Sunday Morning Reads

Perhaps today’s post is going to be an uncomfortable one, but in opening up conversations about money and finances with my friends and family, I’ve found a mutually beneficial exchange of ideas. Discomfort is a sign of growth.

We usually think of money and finances when we think of economics, but this science is actually the study of decision making. Money and finances often influences our decisions, don’t they? It has for me!

At the end of last year I was fortunate enough to be invited to make several presentations. While may of the organizations that invited me to present were able to provide me with a small stipend, I never had all my expenses covered and as a result, I’ll be paying off credit cards for the next couple of months. Sure, I could have said ‘no’ but, what would have been the cost of doing that? As a pre-tenure faculty member, these opportunities to grow the perception of me as an expert in my field are critical.

I wish I could wholeheartedly say my message was critical, too. I think I refrain from saying that not because I think I’m a completely ineffective speaker but, because I think I’ve strayed from my message. This blog has been the core of my platform and it is where I work to promote Native Americans, authors of color and their works. It’s also where I promote literacy for marginalized teens. White authors are not my focus. Sure, I’ll occasionally do a critical review of something written by other authors, but there has consistently been so little attention given to marginalized authors that I want to keep that focus.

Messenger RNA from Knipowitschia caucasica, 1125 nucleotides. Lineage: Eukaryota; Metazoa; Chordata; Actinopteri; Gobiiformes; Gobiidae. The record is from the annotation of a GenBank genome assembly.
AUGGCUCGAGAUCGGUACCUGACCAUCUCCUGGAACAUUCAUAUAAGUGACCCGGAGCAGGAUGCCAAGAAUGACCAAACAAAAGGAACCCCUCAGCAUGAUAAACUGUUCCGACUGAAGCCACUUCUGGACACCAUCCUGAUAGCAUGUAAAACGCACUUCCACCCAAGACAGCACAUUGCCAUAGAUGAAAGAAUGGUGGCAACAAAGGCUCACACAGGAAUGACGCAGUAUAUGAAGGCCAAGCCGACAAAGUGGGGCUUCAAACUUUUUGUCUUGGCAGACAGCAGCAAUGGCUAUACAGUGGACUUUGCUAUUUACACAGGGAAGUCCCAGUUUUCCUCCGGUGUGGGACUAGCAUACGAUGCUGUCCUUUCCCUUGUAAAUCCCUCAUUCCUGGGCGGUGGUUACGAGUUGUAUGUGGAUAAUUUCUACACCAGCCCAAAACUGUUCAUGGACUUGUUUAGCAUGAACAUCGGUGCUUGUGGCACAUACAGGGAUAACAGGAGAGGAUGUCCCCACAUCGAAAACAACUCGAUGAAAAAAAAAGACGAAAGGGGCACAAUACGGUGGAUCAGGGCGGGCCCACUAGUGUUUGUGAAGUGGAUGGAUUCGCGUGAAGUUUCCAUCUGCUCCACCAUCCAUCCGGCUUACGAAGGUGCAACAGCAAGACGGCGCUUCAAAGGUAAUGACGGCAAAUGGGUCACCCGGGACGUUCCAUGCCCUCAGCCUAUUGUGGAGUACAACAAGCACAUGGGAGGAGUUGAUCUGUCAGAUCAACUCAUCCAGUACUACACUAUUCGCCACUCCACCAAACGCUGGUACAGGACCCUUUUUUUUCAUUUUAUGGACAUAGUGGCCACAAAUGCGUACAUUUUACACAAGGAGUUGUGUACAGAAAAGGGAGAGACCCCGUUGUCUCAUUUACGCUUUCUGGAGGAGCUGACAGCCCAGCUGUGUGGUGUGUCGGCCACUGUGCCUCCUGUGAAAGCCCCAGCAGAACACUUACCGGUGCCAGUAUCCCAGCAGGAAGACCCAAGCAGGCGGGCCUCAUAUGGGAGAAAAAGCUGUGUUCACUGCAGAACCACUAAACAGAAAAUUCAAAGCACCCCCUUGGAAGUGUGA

I can’t say I have an audience in mind when I write. I can remember after a couple of years of blogging, I was surprised to get responses from teens when I reviewed books they were reading. And, I’m even more surprised when faculty members tell me they use this blog in their classes. I realize I have a variety of readers and the best thing I can do for them all is to stay focused and to stay true.

I’ve declined several opportunities already this year because I don’t want to talk to white authors about what they can and should write. From my perspective, white authors who embrace decolonization will work to insure opportunities for WOC/NA but those lost in the marketing concept of diversity will be stuck trying to understand how to write The Other.

I have to admit that finances did play a role in leading me realize that I too was caught up on the marketing of diversity. I hae to admit that finances played a huge role in bringing me to this awareness.

Which leads me to the presentations and conferences.